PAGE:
• Anon, can you kindly bring me up-to-date on Perth Diocesan position on resurrection. I have a memory that Perth has in the past had clergy who do not firmly support physical bodily resurrection of Christ (which some have said is a contra to the Anglican Articles of Faith). Has Herft ever held such a position? (I Googled and found Herft’s most recent Easter address – it reads just as I’d expect of any Archbishop Easter address).

        David Ould: please delete this immediately if it is breaking too far from the thread of your post or otherwise breaking page rules.

  5. I think there is a very simple administrative distinction that Herft neglected to make.

    As I read the slim account of his meeting with Lawrence – slim because it is full of ‘I can not recall’ responses – Herft convened a meeting that had a disciplinary character (addressing allegation). While it was disciplinary in character, Herft allowed the meeting to stray in character towards a pastoral meeting.

    The church needs to make a clearcut distinction in the character of its meetings. The meetings need to have a single character. Hold a disciplinary discussion first, then conclude the meeting before starting any other meeting of a another character. By nature the disciplinary meeting may be made distinct by inclusion of additional elements – such as support persons.

  6. David, thank you for your remarks at the top of this thread titled “A Question of Resignation”. I am disappointed that the issue has moved to considerations of succession, liberal or otherwise, prompted by what was merely a parenthetical comment in your post. The central issue is the capacity of the man to do his job effectively.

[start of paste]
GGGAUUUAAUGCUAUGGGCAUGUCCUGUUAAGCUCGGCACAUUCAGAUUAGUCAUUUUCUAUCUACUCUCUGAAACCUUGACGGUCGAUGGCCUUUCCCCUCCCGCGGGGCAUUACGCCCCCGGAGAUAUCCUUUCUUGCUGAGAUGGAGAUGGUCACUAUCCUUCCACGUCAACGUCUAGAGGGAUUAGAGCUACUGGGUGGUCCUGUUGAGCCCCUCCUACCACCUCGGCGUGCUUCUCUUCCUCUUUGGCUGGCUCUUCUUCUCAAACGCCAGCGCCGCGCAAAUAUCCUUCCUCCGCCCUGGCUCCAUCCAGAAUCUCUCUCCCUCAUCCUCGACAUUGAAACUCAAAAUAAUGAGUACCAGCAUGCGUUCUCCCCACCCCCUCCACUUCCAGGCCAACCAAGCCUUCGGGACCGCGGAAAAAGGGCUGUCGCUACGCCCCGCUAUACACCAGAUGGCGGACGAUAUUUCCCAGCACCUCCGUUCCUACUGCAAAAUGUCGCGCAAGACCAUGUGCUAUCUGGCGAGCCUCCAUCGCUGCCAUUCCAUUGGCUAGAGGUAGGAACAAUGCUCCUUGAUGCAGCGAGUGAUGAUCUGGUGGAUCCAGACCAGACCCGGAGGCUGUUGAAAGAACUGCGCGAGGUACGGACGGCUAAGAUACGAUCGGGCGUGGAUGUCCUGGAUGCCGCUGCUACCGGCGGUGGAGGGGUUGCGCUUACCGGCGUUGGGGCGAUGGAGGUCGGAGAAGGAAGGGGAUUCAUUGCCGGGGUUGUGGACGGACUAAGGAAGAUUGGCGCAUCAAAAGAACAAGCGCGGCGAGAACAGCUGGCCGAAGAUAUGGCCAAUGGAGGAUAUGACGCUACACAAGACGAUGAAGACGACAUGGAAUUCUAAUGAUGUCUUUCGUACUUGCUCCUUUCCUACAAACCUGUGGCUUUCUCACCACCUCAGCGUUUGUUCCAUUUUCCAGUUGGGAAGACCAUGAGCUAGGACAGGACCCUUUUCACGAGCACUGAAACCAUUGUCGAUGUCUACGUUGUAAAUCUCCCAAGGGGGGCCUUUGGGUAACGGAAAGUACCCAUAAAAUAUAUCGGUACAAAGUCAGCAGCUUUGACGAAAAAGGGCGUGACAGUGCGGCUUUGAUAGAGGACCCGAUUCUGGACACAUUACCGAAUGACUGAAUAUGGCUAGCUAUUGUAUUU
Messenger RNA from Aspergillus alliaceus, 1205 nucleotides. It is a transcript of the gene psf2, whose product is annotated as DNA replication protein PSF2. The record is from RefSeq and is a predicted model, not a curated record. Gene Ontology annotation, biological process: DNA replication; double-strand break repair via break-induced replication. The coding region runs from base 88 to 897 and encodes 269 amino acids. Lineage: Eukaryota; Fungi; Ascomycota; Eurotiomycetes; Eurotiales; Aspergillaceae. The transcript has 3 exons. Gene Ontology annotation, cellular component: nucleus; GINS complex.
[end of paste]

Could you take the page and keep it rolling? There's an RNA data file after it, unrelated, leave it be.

I reject the view that memories of significant events fade. Yes, there are many insignificant things that I do not recall from yesterday, let alone 20 years ago, and yet there are other things that I remember many – perhaps most – details about. Those are the things that had a significant impact on me or my world view, or had some other shock attached to them. I remember the newspaper billboard announcing the death of JFK that I saw over 50 years ago. I remember where I was and who I was with on 11 September 2001, when the Twin Towers went down. These are imprinted in my memory because they were shocking. David, you report that Lawrence’s abuse “shocked [Herft] deeply”, and I hope that that is true. If it is, then I cannot accept that the level of memory failure that he claimed at the Royal Commission is truthful testimony.
    You write that “He was, by all accounts, generally well-liked when Bishop in Newcastle.” The contrary accounts cannot have reached you. I am aware of several clergy who left the Diocese of Newcastle as a result of his treatment of them, and of others whose mistreatment by him was savage and yet they were unable to leave. One such priest moved to a Victorian parish. When he died, his bishop delivered a funeral eulogy that made unmistakable reference to the dreadful treatment that he had received from Herft in Newcastle.
    A review of the Perth Episcopate was conducted in 2009, and in his October 2009 Pastoral Advisory Herft wrote that there is “a dissonance between how the key lay leadership view the Episcopal Team and how the clergy find the Episcopate”. I would probably have read that and moved on, but an Archdeacon called it to my attention. He was rallying the clergy to apply pressure to Herft in the hope of driving change in his treatment of clergy. The shock that has caused me to recall Herft’s words was the action of the Archdeacon. When reviews lead Archbishops to write what Herft wrote, and Archdeacons do what that one did, one should become concerned about the Archbishop’s capacity to lead a Diocese.